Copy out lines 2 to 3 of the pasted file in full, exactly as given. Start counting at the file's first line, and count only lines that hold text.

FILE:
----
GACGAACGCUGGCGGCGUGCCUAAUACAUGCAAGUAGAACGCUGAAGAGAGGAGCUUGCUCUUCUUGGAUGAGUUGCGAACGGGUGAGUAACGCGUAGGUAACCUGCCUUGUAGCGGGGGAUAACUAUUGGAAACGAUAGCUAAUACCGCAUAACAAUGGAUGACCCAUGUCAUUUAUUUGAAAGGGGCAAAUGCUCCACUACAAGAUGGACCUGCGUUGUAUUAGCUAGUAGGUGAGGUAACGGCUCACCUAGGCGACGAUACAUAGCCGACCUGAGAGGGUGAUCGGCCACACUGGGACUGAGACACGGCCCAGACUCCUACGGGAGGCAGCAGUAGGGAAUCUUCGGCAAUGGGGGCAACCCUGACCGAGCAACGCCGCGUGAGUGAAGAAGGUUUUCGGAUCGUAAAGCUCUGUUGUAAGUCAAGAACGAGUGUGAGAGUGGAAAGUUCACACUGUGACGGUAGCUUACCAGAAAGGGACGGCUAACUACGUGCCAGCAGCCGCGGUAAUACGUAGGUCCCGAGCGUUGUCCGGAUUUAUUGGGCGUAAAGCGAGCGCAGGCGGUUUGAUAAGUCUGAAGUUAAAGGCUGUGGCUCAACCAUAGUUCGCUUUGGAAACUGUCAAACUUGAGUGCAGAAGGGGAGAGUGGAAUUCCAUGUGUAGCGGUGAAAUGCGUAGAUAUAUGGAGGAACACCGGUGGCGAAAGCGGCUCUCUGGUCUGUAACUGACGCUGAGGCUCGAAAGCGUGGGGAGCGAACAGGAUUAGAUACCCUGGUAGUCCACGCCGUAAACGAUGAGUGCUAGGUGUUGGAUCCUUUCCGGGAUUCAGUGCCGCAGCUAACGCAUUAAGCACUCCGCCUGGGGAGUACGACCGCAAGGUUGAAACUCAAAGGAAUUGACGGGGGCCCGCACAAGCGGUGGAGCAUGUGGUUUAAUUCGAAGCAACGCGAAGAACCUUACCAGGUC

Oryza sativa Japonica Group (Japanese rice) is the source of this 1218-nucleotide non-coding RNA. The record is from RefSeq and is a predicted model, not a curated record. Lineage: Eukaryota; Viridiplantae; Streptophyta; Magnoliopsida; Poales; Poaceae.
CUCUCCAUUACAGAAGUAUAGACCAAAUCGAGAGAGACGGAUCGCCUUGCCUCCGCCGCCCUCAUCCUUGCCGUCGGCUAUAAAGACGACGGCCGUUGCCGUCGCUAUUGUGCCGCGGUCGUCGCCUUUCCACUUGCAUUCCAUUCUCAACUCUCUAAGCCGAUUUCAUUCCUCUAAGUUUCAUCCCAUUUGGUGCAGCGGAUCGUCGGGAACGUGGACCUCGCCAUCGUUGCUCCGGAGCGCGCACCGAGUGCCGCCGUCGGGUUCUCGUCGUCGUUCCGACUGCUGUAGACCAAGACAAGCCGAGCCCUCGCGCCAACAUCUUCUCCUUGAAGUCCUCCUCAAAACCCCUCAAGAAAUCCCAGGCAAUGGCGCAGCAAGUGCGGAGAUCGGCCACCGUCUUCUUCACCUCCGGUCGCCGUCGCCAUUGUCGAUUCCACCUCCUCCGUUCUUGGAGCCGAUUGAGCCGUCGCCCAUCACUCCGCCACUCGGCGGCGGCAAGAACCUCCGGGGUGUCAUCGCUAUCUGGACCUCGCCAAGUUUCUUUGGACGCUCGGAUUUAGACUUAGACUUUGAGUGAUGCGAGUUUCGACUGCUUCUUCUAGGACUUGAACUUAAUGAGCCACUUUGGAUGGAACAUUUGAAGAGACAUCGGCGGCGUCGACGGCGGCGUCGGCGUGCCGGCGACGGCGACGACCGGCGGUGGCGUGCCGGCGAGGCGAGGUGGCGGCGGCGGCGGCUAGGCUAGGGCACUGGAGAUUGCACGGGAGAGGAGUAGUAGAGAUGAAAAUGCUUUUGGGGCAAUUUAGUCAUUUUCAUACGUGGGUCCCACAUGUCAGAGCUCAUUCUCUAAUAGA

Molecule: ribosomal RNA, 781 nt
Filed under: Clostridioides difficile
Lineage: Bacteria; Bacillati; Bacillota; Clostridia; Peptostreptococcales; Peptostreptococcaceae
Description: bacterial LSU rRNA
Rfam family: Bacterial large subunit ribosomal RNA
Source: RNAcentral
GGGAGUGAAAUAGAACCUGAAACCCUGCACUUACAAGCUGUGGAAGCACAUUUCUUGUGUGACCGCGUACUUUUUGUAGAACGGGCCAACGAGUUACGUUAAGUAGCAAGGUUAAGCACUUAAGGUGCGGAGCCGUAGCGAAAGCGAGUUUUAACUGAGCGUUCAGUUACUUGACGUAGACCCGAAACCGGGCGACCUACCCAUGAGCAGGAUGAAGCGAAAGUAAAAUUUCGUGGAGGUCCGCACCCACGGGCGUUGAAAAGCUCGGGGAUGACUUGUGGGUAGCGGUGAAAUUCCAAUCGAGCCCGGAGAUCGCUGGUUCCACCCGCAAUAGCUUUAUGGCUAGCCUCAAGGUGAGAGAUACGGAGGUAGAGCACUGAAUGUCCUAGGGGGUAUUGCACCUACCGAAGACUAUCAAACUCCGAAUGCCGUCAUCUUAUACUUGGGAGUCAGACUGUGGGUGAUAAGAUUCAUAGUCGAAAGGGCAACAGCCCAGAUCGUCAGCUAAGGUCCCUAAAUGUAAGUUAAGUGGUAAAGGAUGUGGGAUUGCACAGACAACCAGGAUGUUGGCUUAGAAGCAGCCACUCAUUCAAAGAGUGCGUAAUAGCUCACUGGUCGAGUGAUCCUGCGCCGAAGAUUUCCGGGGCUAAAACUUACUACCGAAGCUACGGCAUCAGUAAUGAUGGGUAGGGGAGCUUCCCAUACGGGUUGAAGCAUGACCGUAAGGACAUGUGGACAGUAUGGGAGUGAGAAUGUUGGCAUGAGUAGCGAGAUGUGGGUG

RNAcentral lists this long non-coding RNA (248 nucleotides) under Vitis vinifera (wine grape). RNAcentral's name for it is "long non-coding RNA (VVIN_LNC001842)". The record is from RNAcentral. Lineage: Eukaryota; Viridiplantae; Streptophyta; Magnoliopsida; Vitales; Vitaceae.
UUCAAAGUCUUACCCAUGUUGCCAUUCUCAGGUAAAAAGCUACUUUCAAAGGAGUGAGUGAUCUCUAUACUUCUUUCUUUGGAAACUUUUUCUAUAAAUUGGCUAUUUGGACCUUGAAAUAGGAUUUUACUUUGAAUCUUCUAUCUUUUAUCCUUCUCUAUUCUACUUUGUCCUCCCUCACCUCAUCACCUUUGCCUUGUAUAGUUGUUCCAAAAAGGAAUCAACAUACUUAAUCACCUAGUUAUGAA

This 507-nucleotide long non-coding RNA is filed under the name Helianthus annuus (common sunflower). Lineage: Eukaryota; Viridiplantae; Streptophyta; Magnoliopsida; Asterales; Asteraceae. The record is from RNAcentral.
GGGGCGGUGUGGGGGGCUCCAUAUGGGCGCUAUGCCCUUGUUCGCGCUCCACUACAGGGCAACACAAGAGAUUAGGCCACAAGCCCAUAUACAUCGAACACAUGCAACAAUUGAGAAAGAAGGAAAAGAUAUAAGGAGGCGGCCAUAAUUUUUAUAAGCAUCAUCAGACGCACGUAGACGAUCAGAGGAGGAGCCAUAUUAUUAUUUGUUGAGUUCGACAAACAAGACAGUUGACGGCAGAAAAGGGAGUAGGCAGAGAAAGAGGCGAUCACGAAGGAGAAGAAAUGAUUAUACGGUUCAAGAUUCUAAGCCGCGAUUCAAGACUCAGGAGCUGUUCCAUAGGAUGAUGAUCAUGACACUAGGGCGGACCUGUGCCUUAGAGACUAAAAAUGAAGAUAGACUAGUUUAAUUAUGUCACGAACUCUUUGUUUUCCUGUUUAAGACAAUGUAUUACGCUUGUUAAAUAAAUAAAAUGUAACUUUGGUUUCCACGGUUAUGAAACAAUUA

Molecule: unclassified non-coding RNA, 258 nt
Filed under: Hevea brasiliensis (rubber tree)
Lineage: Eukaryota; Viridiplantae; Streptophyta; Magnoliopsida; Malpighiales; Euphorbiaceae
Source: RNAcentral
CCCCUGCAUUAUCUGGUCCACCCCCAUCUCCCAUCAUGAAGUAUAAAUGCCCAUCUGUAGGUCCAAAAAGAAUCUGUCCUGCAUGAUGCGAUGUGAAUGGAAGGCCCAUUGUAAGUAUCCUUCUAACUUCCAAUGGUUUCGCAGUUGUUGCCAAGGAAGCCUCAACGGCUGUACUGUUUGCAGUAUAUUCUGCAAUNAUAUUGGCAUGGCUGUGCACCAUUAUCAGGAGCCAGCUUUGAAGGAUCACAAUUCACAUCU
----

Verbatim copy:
Oryza sativa Japonica Group (Japanese rice) is the source of this 1218-nucleotide non-coding RNA. The record is from RefSeq and is a predicted model, not a curated record. Lineage: Eukaryota; Viridiplantae; Streptophyta; Magnoliopsida; Poales; Poaceae.
CUCUCCAUUACAGAAGUAUAGACCAAAUCGAGAGAGACGGAUCGCCUUGCCUCCGCCGCCCUCAUCCUUGCCGUCGGCUAUAAAGACGACGGCCGUUGCCGUCGCUAUUGUGCCGCGGUCGUCGCCUUUCCACUUGCAUUCCAUUCUCAACUCUCUAAGCCGAUUUCAUUCCUCUAAGUUUCAUCCCAUUUGGUGCAGCGGAUCGUCGGGAACGUGGACCUCGCCAUCGUUGCUCCGGAGCGCGCACCGAGUGCCGCCGUCGGGUUCUCGUCGUCGUUCCGACUGCUGUAGACCAAGACAAGCCGAGCCCUCGCGCCAACAUCUUCUCCUUGAAGUCCUCCUCAAAACCCCUCAAGAAAUCCCAGGCAAUGGCGCAGCAAGUGCGGAGAUCGGCCACCGUCUUCUUCACCUCCGGUCGCCGUCGCCAUUGUCGAUUCCACCUCCUCCGUUCUUGGAGCCGAUUGAGCCGUCGCCCAUCACUCCGCCACUCGGCGGCGGCAAGAACCUCCGGGGUGUCAUCGCUAUCUGGACCUCGCCAAGUUUCUUUGGACGCUCGGAUUUAGACUUAGACUUUGAGUGAUGCGAGUUUCGACUGCUUCUUCUAGGACUUGAACUUAAUGAGCCACUUUGGAUGGAACAUUUGAAGAGACAUCGGCGGCGUCGACGGCGGCGUCGGCGUGCCGGCGACGGCGACGACCGGCGGUGGCGUGCCGGCGAGGCGAGGUGGCGGCGGCGGCGGCUAGGCUAGGGCACUGGAGAUUGCACGGGAGAGGAGUAGUAGAGAUGAAAAUGCUUUUGGGGCAAUUUAGUCAUUUUCAUACGUGGGUCCCACAUGUCAGAGCUCAUUCUCUAAUAGA